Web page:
My hon. Friend the Member for City of York referred to the useful meetings that we had. Although they were held under the auspices of the Department, I pay tribute to him for playing a dynamic part in ensuring that they happened. There was a meeting of the National Association of Pension Funds, the Association of British Insurers and others with my hon. Friend on 29 March. Short though our debate on this issue was, we discussed such a myriad of different potential circumstances—different pension schemes, different ages at which this might become an issue, different amounts of pension already accrued and so on—that it seemed fairly evident to me from that debate that it would be difficult to try to legislate to deal with the problem in every single way in which it might show its face.

We believe that making exceptions to general principles would not he helpful in this instance, and could have unintended consequences. The representative of the National Association of Pension Funds certainly made it clear that he did not believe that the trustees of pension schemes should be asked to fetter their discretion in the way that the amendments propose. Different pension schemes have different rules, are of differing sizes and have differing levels of discretion. Some already provide survivor benefits for unmarried partners as of right, or at the trustees' discretion.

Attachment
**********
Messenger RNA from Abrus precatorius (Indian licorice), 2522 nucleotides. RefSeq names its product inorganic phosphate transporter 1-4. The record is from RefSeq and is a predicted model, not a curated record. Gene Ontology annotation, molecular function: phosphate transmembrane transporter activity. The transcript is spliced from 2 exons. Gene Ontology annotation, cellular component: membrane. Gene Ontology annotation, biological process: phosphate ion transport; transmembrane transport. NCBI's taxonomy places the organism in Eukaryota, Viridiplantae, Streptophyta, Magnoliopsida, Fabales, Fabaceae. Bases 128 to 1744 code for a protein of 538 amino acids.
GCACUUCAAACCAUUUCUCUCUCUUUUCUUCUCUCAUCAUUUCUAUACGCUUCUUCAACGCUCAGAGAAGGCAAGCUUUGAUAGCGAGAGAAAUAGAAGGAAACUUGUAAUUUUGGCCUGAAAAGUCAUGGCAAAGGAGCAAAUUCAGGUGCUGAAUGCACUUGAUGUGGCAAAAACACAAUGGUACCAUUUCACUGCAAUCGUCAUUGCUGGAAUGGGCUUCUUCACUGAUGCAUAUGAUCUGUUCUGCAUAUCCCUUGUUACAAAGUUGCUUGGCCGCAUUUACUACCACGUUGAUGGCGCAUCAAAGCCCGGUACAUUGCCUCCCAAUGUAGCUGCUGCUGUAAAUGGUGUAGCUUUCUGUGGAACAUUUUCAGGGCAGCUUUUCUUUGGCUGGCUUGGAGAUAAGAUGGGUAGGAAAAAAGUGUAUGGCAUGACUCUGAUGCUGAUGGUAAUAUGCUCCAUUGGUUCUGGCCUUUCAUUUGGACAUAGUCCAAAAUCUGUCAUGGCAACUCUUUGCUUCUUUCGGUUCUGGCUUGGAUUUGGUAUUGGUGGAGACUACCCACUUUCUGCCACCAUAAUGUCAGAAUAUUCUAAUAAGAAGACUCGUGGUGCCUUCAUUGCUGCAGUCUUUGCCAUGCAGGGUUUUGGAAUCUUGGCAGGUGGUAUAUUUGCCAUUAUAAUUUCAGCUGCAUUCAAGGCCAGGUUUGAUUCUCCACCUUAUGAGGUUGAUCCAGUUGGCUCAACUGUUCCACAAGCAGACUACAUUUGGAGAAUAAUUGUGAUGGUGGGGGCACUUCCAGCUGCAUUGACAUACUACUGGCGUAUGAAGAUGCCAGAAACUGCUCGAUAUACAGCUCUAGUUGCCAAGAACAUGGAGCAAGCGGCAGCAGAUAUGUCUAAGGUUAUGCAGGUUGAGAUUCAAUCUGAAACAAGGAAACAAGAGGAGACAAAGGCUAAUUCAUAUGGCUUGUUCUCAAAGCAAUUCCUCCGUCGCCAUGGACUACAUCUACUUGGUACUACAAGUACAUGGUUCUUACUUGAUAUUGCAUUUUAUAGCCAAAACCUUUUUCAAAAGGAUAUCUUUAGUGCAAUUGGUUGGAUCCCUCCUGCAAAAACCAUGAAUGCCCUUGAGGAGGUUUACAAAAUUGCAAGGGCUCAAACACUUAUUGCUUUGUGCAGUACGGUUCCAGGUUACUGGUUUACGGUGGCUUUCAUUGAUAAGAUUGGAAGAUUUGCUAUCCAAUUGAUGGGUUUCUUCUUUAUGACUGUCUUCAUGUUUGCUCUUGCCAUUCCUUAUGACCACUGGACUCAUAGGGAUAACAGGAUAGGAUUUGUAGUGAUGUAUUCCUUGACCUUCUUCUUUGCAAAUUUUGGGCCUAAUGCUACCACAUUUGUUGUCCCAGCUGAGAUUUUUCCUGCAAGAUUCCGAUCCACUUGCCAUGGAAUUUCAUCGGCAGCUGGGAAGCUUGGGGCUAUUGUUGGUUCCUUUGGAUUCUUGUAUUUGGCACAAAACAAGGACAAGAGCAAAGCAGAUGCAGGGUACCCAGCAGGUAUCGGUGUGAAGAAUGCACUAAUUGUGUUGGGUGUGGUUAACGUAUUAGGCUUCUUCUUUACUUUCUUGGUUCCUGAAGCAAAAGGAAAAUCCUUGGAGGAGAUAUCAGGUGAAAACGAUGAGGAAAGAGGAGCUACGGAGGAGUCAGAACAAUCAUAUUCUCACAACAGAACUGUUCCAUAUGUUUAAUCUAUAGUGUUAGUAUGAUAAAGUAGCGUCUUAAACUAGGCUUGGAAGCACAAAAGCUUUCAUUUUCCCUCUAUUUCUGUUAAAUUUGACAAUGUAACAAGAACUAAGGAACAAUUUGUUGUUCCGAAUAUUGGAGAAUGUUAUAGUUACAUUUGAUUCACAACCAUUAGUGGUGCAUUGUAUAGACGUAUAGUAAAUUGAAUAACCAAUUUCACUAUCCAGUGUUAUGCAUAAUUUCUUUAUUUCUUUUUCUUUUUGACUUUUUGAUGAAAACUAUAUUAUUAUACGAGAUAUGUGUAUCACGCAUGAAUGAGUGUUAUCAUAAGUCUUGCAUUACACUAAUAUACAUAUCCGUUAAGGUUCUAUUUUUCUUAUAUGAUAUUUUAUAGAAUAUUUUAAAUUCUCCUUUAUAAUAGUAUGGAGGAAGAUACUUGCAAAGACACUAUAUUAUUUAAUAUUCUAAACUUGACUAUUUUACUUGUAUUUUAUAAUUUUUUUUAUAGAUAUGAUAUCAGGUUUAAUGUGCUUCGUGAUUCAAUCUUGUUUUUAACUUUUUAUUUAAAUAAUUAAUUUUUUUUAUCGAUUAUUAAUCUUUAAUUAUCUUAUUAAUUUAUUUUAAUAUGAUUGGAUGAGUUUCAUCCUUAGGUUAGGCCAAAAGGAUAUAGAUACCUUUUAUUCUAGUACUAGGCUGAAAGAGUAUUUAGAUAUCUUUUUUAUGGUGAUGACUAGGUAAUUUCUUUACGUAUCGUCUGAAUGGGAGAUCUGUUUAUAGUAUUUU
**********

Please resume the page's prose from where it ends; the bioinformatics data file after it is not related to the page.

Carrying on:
We continue to believe that the best way of dealing with the situation is for individuals to ask their pension scheme trustees for advice about the provision that the scheme makes for unmarried partners and the conditions that apply, and to consider their options in the light of that information. They can then decide whether and when to ask for gender recognition, in view of all the financial circumstances that apply to them at that time.

Glenda Jackson

Is help not already available for the industry, and would it not be possible for the small number of people who will be affected in this way—those who intend to live together post-transgender for the rest of their lives—simply to be incorporated through the legislation? Indeed, such legislation has benefited same-sex couples in this regard.

Maria Eagle